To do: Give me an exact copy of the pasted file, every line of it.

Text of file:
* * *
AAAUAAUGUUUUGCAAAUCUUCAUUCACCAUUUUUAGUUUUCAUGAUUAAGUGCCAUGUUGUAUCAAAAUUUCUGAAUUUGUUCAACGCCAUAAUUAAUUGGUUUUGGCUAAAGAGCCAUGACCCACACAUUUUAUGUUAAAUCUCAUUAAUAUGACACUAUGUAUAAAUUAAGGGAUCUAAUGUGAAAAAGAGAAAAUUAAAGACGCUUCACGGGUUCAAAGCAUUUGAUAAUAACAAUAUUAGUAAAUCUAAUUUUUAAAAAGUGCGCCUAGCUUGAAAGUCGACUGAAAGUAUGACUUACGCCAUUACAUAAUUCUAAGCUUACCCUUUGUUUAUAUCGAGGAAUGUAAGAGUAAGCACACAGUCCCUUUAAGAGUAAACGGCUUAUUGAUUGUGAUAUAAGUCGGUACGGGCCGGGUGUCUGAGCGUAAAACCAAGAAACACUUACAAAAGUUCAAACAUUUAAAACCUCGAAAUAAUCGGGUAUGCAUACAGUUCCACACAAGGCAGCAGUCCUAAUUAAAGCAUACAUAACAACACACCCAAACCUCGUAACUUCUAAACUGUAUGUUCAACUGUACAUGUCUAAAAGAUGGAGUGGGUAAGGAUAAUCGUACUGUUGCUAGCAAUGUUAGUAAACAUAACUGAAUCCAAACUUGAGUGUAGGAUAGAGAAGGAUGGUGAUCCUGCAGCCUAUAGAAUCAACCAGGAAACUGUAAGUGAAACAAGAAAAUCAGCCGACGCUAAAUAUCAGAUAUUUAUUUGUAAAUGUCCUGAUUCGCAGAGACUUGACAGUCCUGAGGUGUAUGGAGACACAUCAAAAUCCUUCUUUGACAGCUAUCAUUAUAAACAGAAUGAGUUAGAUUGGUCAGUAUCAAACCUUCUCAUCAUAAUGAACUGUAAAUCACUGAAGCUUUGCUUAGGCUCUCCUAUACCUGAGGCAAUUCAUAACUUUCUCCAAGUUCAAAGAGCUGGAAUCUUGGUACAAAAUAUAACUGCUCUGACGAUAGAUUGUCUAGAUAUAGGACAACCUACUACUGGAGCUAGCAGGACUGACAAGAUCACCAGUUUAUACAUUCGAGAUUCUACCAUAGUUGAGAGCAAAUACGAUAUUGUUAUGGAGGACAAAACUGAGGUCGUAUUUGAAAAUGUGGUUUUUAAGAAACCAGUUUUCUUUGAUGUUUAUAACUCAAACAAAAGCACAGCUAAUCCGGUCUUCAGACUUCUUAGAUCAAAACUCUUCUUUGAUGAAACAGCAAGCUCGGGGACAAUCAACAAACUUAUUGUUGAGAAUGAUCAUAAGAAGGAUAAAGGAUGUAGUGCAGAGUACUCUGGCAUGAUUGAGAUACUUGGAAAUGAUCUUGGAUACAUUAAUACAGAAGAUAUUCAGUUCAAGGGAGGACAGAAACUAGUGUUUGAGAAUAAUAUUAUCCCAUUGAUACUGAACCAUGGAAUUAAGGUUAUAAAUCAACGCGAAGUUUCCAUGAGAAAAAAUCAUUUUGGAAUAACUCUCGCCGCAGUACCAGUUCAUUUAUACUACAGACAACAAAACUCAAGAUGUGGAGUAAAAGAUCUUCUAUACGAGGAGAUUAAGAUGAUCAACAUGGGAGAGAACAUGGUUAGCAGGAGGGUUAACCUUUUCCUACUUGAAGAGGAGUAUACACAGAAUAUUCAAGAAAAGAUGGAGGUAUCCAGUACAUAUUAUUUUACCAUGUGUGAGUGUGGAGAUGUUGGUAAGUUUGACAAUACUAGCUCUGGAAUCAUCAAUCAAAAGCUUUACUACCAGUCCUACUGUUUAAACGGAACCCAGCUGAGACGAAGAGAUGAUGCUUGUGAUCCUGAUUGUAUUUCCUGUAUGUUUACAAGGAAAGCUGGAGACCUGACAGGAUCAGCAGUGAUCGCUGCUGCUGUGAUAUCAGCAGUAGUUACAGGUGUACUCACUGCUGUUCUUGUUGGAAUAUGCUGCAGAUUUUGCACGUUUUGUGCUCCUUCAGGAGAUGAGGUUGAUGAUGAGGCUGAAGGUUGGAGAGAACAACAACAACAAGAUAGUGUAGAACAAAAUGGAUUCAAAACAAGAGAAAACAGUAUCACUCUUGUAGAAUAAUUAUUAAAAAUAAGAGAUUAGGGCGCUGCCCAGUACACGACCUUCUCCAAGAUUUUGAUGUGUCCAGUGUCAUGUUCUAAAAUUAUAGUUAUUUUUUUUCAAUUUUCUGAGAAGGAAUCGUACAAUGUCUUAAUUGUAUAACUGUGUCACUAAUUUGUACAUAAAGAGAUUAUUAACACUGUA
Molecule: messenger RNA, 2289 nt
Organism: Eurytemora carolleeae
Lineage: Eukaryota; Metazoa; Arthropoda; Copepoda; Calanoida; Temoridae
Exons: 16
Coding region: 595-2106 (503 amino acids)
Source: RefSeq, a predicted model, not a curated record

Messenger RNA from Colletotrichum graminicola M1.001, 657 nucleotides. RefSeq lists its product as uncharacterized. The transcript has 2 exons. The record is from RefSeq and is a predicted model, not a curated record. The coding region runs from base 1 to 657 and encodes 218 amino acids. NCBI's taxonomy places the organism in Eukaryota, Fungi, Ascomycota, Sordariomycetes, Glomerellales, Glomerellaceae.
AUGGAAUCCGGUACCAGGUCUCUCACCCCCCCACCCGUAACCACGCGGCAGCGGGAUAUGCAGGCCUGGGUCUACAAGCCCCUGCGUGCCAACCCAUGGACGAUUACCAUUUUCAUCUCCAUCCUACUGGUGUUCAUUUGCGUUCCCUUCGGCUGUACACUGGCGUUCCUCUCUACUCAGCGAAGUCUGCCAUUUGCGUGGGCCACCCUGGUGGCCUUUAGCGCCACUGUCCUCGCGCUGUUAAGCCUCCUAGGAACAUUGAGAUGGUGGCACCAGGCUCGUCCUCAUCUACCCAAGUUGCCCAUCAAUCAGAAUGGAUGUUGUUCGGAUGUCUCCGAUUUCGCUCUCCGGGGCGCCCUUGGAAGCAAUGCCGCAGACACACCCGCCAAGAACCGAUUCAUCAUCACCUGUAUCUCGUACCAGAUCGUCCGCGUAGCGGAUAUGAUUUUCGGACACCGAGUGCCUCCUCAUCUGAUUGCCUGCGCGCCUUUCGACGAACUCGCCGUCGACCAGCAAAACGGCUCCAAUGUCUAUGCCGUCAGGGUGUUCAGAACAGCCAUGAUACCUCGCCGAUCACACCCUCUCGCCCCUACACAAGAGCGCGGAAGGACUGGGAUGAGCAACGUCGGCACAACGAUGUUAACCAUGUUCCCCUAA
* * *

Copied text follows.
AAAUAAUGUUUUGCAAAUCUUCAUUCACCAUUUUUAGUUUUCAUGAUUAAGUGCCAUGUUGUAUCAAAAUUUCUGAAUUUGUUCAACGCCAUAAUUAAUUGGUUUUGGCUAAAGAGCCAUGACCCACACAUUUUAUGUUAAAUCUCAUUAAUAUGACACUAUGUAUAAAUUAAGGGAUCUAAUGUGAAAAAGAGAAAAUUAAAGACGCUUCACGGGUUCAAAGCAUUUGAUAAUAACAAUAUUAGUAAAUCUAAUUUUUAAAAAGUGCGCCUAGCUUGAAAGUCGACUGAAAGUAUGACUUACGCCAUUACAUAAUUCUAAGCUUACCCUUUGUUUAUAUCGAGGAAUGUAAGAGUAAGCACACAGUCCCUUUAAGAGUAAACGGCUUAUUGAUUGUGAUAUAAGUCGGUACGGGCCGGGUGUCUGAGCGUAAAACCAAGAAACACUUACAAAAGUUCAAACAUUUAAAACCUCGAAAUAAUCGGGUAUGCAUACAGUUCCACACAAGGCAGCAGUCCUAAUUAAAGCAUACAUAACAACACACCCAAACCUCGUAACUUCUAAACUGUAUGUUCAACUGUACAUGUCUAAAAGAUGGAGUGGGUAAGGAUAAUCGUACUGUUGCUAGCAAUGUUAGUAAACAUAACUGAAUCCAAACUUGAGUGUAGGAUAGAGAAGGAUGGUGAUCCUGCAGCCUAUAGAAUCAACCAGGAAACUGUAAGUGAAACAAGAAAAUCAGCCGACGCUAAAUAUCAGAUAUUUAUUUGUAAAUGUCCUGAUUCGCAGAGACUUGACAGUCCUGAGGUGUAUGGAGACACAUCAAAAUCCUUCUUUGACAGCUAUCAUUAUAAACAGAAUGAGUUAGAUUGGUCAGUAUCAAACCUUCUCAUCAUAAUGAACUGUAAAUCACUGAAGCUUUGCUUAGGCUCUCCUAUACCUGAGGCAAUUCAUAACUUUCUCCAAGUUCAAAGAGCUGGAAUCUUGGUACAAAAUAUAACUGCUCUGACGAUAGAUUGUCUAGAUAUAGGACAACCUACUACUGGAGCUAGCAGGACUGACAAGAUCACCAGUUUAUACAUUCGAGAUUCUACCAUAGUUGAGAGCAAAUACGAUAUUGUUAUGGAGGACAAAACUGAGGUCGUAUUUGAAAAUGUGGUUUUUAAGAAACCAGUUUUCUUUGAUGUUUAUAACUCAAACAAAAGCACAGCUAAUCCGGUCUUCAGACUUCUUAGAUCAAAACUCUUCUUUGAUGAAACAGCAAGCUCGGGGACAAUCAACAAACUUAUUGUUGAGAAUGAUCAUAAGAAGGAUAAAGGAUGUAGUGCAGAGUACUCUGGCAUGAUUGAGAUACUUGGAAAUGAUCUUGGAUACAUUAAUACAGAAGAUAUUCAGUUCAAGGGAGGACAGAAACUAGUGUUUGAGAAUAAUAUUAUCCCAUUGAUACUGAACCAUGGAAUUAAGGUUAUAAAUCAACGCGAAGUUUCCAUGAGAAAAAAUCAUUUUGGAAUAACUCUCGCCGCAGUACCAGUUCAUUUAUACUACAGACAACAAAACUCAAGAUGUGGAGUAAAAGAUCUUCUAUACGAGGAGAUUAAGAUGAUCAACAUGGGAGAGAACAUGGUUAGCAGGAGGGUUAACCUUUUCCUACUUGAAGAGGAGUAUACACAGAAUAUUCAAGAAAAGAUGGAGGUAUCCAGUACAUAUUAUUUUACCAUGUGUGAGUGUGGAGAUGUUGGUAAGUUUGACAAUACUAGCUCUGGAAUCAUCAAUCAAAAGCUUUACUACCAGUCCUACUGUUUAAACGGAACCCAGCUGAGACGAAGAGAUGAUGCUUGUGAUCCUGAUUGUAUUUCCUGUAUGUUUACAAGGAAAGCUGGAGACCUGACAGGAUCAGCAGUGAUCGCUGCUGCUGUGAUAUCAGCAGUAGUUACAGGUGUACUCACUGCUGUUCUUGUUGGAAUAUGCUGCAGAUUUUGCACGUUUUGUGCUCCUUCAGGAGAUGAGGUUGAUGAUGAGGCUGAAGGUUGGAGAGAACAACAACAACAAGAUAGUGUAGAACAAAAUGGAUUCAAAACAAGAGAAAACAGUAUCACUCUUGUAGAAUAAUUAUUAAAAAUAAGAGAUUAGGGCGCUGCCCAGUACACGACCUUCUCCAAGAUUUUGAUGUGUCCAGUGUCAUGUUCUAAAAUUAUAGUUAUUUUUUUUCAAUUUUCUGAGAAGGAAUCGUACAAUGUCUUAAUUGUAUAACUGUGUCACUAAUUUGUACAUAAAGAGAUUAUUAACACUGUA
Molecule: messenger RNA, 2289 nt
Organism: Eurytemora carolleeae
Lineage: Eukaryota; Metazoa; Arthropoda; Copepoda; Calanoida; Temoridae
Exons: 16
Coding region: 595-2106 (503 amino acids)
Source: RefSeq, a predicted model, not a curated record

Messenger RNA from Colletotrichum graminicola M1.001, 657 nucleotides. RefSeq lists its product as uncharacterized. The transcript has 2 exons. The record is from RefSeq and is a predicted model, not a curated record. The coding region runs from base 1 to 657 and encodes 218 amino acids. NCBI's taxonomy places the organism in Eukaryota, Fungi, Ascomycota, Sordariomycetes, Glomerellales, Glomerellaceae.
AUGGAAUCCGGUACCAGGUCUCUCACCCCCCCACCCGUAACCACGCGGCAGCGGGAUAUGCAGGCCUGGGUCUACAAGCCCCUGCGUGCCAACCCAUGGACGAUUACCAUUUUCAUCUCCAUCCUACUGGUGUUCAUUUGCGUUCCCUUCGGCUGUACACUGGCGUUCCUCUCUACUCAGCGAAGUCUGCCAUUUGCGUGGGCCACCCUGGUGGCCUUUAGCGCCACUGUCCUCGCGCUGUUAAGCCUCCUAGGAACAUUGAGAUGGUGGCACCAGGCUCGUCCUCAUCUACCCAAGUUGCCCAUCAAUCAGAAUGGAUGUUGUUCGGAUGUCUCCGAUUUCGCUCUCCGGGGCGCCCUUGGAAGCAAUGCCGCAGACACACCCGCCAAGAACCGAUUCAUCAUCACCUGUAUCUCGUACCAGAUCGUCCGCGUAGCGGAUAUGAUUUUCGGACACCGAGUGCCUCCUCAUCUGAUUGCCUGCGCGCCUUUCGACGAACUCGCCGUCGACCAGCAAAACGGCUCCAAUGUCUAUGCCGUCAGGGUGUUCAGAACAGCCAUGAUACCUCGCCGAUCACACCCUCUCGCCCCUACACAAGAGCGCGGAAGGACUGGGAUGAGCAACGUCGGCACAACGAUGUUAACCAUGUUCCCCUAA